Fouss Septic Systems

Frequently Asked Questions About Septic Tanks

What are the components of a private septic system?
The things that are the most obvious are the things seen every day - the sinks, toilets and pipes in a normal house. What are not visible are the things that are underground; and the ground itself, greatly impact how a septic system works.

The two main individual components of a regular septic system are the septic tank and leach field. There may also be other materials used with your system; depending on how old the system is, such as distribution boxes, alternating valve & drywells.

Bacterial action takes place in the septic tank where the end products are mainly water, gases, and undigested material. The undigested materials consist of sludge that sinks into the bottom of the tank and scum that floats to the top of the tank. The septic tank contains baffles that prevent any scum that float to the surface and sludge that settles to the bottom from passing out of the tank and into the leach field. The soil also acts as a filter to remove any small amounts of solids that may be carried along with the liquid. The sludge in the bottom of the tank mist be periodically pumped out and properly disposed of.

There are other kinds of systems for special situations, but the septic tank and leach field is the most widely used system in our area.

Care and Maintenance
Conventional septic systems are not entirely carefree. The undigested solids (sludge) in the bottom of the septic tank should be pumped out every two to four years, depending on usage and tank size. If the sludge is not removed periodically, it will eventually carry over into the leach field and cause the field to fail and may also back up into the home.

A well-designed system can handle a reasonable amount of normal household chemicals such as drain cleaners, laundry detergent and bleach, but excessive usage can be detrimental to your septic system. You should avoid putting chemicals that are toxic to the bacteria into the system, such as paint thinner, solvents, insecticides, etc. Cooking fats and grease should also be avoided. If a garbage disposal is used, more frequent tank pumping may be needed.

Why septic Systems Fail
If the liquid effluent cannot soak into the soil surrounding the leach field, sewage may back up into the system and overflow into the house or puddle on the surface of the ground. There are several possible causes for this problem.

  1. Poor soil conditions; faulty design or installation
    a leaching system placed in unsuitable soil, a system that is too small for the house it serves, or an improperly constructed system may lead to early failure.
  2. Soil Clogging
    If sludge or scum is allowed to escape into the leach field; the soil will quickly become clogged. If this happens, the liquid will no longer soak, or percolate, into the soil. This condition can be caused by broken baffles in the septic tank that allow sludge or scum to escape. Failure to have the tank pumped can also lead to a situation where the sludge and scum overwhelm the baffles.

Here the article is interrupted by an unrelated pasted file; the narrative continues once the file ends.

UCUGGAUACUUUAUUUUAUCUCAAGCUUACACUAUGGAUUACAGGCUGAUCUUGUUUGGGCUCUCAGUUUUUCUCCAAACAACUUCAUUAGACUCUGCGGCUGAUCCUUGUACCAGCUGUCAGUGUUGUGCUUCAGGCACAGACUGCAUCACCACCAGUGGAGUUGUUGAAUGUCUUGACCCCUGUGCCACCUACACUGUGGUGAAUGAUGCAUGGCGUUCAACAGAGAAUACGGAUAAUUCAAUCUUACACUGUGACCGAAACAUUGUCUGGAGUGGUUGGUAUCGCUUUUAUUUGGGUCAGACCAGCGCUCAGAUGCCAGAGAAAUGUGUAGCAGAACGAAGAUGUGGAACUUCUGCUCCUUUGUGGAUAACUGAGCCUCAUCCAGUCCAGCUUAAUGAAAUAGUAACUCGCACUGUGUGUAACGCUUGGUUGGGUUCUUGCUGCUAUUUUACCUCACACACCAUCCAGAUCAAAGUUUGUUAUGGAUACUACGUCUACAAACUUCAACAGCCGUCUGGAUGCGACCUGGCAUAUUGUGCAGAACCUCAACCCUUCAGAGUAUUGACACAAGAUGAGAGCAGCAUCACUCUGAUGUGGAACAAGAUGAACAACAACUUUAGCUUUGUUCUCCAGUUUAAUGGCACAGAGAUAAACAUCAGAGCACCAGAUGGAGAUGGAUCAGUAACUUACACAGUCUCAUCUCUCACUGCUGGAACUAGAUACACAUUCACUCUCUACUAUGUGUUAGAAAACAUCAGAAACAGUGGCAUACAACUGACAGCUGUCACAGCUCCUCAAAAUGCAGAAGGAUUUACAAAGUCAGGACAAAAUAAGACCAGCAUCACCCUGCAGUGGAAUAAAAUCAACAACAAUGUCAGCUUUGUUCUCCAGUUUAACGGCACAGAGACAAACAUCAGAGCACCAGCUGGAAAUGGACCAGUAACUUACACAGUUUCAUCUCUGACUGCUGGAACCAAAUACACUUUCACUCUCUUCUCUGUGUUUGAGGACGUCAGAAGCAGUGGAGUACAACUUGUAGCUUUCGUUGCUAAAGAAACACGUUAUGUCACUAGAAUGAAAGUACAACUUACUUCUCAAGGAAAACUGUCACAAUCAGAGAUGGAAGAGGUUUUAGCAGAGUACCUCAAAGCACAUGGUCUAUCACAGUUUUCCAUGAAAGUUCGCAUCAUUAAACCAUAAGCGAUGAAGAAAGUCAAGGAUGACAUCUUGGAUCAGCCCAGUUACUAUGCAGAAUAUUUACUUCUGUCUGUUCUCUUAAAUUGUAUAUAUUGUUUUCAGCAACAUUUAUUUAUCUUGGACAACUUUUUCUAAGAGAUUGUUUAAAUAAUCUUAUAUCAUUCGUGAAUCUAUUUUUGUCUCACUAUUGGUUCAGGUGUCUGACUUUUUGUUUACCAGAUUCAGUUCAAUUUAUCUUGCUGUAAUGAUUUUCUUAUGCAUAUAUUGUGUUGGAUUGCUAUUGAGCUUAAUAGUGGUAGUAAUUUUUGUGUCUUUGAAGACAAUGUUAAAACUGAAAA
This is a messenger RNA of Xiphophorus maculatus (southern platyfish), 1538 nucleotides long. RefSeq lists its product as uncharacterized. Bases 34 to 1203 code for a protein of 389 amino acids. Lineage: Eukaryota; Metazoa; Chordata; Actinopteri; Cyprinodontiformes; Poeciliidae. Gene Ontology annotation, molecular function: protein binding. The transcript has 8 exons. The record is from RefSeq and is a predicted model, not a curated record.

3. High Water Table
    During wet or abnormally wet seasons groundwater may rise into the leach field and force sewage upward to the ground surface. This condition may mean the system has to be re-installed at a higher level. It may also be possible to intercept the high groundwater with a series of drains around the system called "curtain drains."
  4. Roots
    The roots of trees and bushes planted too close to the system can sometimes enter and block the pipes of the system. Removal of the plants and clearing the pipes of the roots is usually required.
  5. Physical Damage
    Trucks or heavy equipment passing over the system can damage pipes and joints to the point of rendering the system inoperable. You should be aware of the location of the system and direct traffic to avoid such damage.

How long should a septic system last?
You can expect a conventional septic system, such as that being described here, to last about 30 years. Some systems last much longer and some systems can fail earlier for reasons like those listed above. Other things can also affect the life of a septic system. For example, a system may have been providing satisfactory service for a previous owner for many years, only to fail shortly after you have bought the house. If the previous owners were a working couple with no children, the system was probably not heavily used. If yours is a family of six, the added load could push a marginal system over the edge and into failure.

What are the signs of a failing system?
Sewage backup into the home is one possible sign of a failing system. However, backup can also be simply the result of a blockage somewhere between the house and the septic tank (this is relatively easy to fix). Another possible sign of failure is a smell of sewage outside the house. If this smell is more noticeable after a lot of water has been put into the system - multiple showers or several loads of laundry (if the laundry waste discharges into the septic tank), for example - this may be an indication that the leach field is failing. The smell may also be accompanied by a "spongy" feeling in some areas of the leach field. The "spongy" feel may be caused by water and waste being pushed to or near ground level. If ponding water is also seen, this is called "breakthrough" and is an almost positive indication of failure of one or more parts of the system. This smell, however, can also originate at the plumbing vent. In either case, further investigation is warranted.